Dr. Rosa Nam

Dr. Rosa Nam

Mentor: Dr. Kyung Sung

Rosa Nam is Assistant Professor of English Education at Colorado State University. Her research centers on critical literacy, contemporary diverse adolescent literature, and AsianCrit in education. Before joining CSU, Dr. Nam worked with pre-service teachers in university and alternative certification programs and was a high school English teacher in Houston, TX. She is currently an assistant editor of The ALAN Review until 2023.









Lakeya Omogun

Dr. Lakeya Omogun

Mentor: Dr. Patriann Smith

Lakeya Omogun is an Assistant Professor of Language, Literacy, and Culture at The University of Washington. Raised between her Nigerian and Black American cultures, her hybrid identity is reflected in her work that focuses on Black African immigrant youth. Specifically, her research explores the role of language, literacy, including digital literacies, in Black African immigrant youth identity constructions and negotiations across school, community, and digital spaces. She pays particular attention to the intersection of racialization and socialization processes that influence Black African immigrant youth identities. Lakeya draws on her lived experiences, the wisdom of her former middle school students, and the arts to inform her creative approach to shifting static ideas about identity, culture, and language in schools and society at large.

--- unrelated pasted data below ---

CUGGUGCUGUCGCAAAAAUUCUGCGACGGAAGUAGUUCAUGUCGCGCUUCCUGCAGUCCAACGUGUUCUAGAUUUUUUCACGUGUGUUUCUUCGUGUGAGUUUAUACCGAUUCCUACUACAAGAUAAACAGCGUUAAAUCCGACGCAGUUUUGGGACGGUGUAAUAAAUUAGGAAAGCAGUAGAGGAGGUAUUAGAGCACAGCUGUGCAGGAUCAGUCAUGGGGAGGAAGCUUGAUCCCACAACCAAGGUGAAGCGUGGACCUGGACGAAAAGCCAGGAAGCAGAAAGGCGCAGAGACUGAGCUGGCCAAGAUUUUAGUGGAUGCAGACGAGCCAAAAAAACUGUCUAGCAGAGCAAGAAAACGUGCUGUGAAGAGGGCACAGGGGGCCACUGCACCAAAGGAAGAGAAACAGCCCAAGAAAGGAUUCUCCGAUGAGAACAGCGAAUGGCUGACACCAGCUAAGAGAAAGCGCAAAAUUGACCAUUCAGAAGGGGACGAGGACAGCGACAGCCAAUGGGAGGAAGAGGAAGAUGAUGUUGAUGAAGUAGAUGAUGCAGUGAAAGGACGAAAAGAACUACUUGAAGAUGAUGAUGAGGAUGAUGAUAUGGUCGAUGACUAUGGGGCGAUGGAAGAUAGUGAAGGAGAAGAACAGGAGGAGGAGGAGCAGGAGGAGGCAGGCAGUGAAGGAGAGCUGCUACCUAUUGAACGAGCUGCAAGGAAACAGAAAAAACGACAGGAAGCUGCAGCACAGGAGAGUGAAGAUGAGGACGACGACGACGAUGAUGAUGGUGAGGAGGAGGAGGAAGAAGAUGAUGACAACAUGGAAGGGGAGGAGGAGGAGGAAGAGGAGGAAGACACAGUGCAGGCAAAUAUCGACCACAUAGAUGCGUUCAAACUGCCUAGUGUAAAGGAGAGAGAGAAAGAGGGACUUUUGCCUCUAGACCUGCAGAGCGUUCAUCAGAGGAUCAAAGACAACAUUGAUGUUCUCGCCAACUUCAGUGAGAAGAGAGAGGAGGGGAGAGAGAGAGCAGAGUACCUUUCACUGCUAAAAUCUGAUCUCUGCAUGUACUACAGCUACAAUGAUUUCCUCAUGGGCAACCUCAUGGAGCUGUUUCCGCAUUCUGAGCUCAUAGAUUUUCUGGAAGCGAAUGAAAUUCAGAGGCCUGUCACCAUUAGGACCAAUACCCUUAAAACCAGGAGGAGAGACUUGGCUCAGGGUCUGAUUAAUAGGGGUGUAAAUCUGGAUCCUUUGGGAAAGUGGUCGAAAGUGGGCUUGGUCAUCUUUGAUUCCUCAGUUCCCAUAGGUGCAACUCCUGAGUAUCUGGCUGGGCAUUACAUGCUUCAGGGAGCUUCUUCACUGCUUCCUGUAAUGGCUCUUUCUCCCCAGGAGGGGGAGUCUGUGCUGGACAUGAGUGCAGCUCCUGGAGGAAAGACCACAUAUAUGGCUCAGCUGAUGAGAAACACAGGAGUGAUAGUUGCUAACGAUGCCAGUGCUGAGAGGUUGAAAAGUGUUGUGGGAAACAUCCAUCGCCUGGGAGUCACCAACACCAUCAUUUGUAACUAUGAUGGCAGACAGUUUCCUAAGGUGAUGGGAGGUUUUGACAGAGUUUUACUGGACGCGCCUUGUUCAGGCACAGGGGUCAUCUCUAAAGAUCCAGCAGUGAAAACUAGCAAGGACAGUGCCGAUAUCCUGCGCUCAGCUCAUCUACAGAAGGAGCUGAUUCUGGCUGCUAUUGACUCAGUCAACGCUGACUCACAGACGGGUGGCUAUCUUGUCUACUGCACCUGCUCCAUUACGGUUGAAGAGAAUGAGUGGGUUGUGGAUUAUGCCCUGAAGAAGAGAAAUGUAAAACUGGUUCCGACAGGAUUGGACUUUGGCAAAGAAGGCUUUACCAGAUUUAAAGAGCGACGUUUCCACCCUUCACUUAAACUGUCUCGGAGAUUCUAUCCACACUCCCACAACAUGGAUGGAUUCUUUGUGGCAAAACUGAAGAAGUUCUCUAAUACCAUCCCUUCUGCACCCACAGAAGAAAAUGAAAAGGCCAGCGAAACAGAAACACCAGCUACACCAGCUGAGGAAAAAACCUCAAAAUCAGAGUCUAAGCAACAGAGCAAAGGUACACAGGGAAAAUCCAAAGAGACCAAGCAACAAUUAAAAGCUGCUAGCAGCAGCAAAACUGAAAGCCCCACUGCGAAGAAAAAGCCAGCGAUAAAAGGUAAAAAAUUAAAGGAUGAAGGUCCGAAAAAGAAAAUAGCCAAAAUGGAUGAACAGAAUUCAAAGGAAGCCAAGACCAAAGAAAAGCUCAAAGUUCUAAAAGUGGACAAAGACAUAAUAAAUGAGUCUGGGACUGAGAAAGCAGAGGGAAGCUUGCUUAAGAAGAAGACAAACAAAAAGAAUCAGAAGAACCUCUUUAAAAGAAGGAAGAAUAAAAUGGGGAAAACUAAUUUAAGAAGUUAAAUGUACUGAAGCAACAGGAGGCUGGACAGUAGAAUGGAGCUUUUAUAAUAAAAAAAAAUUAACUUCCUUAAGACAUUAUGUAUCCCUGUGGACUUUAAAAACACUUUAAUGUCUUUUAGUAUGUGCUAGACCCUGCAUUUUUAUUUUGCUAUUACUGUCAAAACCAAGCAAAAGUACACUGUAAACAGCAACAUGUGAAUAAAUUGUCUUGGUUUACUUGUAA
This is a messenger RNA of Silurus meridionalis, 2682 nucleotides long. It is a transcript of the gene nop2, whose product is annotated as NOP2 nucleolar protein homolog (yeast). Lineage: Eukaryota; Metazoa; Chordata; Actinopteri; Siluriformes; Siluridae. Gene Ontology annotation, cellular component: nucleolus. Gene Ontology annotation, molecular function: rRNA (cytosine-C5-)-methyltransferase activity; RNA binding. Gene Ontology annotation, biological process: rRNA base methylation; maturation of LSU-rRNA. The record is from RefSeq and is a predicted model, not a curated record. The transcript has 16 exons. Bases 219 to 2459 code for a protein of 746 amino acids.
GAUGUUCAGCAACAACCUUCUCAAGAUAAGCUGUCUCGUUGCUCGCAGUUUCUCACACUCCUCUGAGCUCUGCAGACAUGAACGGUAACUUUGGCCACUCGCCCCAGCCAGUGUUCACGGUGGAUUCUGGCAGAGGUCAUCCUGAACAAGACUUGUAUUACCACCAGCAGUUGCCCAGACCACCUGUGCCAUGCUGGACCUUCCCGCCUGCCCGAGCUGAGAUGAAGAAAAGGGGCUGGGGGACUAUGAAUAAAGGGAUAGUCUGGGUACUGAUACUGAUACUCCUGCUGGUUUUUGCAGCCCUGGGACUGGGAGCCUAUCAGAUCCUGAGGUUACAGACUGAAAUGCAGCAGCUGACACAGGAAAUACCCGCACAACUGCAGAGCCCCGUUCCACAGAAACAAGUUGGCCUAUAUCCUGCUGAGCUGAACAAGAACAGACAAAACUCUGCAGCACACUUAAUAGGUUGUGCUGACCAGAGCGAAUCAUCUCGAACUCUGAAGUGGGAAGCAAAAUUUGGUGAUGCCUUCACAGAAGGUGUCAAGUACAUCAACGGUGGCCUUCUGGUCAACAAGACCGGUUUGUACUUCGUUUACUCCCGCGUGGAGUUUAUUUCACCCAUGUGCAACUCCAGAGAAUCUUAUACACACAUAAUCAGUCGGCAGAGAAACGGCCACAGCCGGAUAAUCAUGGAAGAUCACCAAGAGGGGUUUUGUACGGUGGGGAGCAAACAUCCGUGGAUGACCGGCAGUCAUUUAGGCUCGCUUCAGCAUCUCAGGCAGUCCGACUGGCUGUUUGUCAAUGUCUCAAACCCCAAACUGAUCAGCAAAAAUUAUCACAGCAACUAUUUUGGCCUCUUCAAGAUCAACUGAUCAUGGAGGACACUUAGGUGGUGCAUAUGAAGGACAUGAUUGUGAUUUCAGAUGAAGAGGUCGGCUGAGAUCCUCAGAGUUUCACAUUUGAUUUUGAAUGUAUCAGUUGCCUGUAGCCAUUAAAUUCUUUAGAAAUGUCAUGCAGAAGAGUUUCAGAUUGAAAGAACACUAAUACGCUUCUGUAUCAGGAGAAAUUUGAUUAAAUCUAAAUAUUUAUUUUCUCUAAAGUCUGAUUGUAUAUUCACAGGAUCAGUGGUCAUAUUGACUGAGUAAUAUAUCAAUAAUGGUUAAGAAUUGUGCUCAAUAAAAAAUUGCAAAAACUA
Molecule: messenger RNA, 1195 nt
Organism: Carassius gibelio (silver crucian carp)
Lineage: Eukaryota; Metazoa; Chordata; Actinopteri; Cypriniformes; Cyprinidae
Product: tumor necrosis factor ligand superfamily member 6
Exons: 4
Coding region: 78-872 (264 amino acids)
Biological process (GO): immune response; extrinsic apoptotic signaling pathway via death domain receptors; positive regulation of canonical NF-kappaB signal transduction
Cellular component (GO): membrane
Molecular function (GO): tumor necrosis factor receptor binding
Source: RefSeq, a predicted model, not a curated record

Crystal Wise

Dr. Crystal Wise

Mentor: Dr. Maneka Brooks

Crystal N. Wise begins a new position as an assistant professor in elementary literacy at the University of Minnesota in the fall. Her scholarship focuses on the early literacy development of African American children and children living and attending schools in low-socioeconomic communities. Her current work focuses on vocabulary instruction and assessment, culturally responsive instructional practices, project-based learning, and African Americans’ use of literacy as resistance and liberation. She is also a former kindergarten and second grade teacher.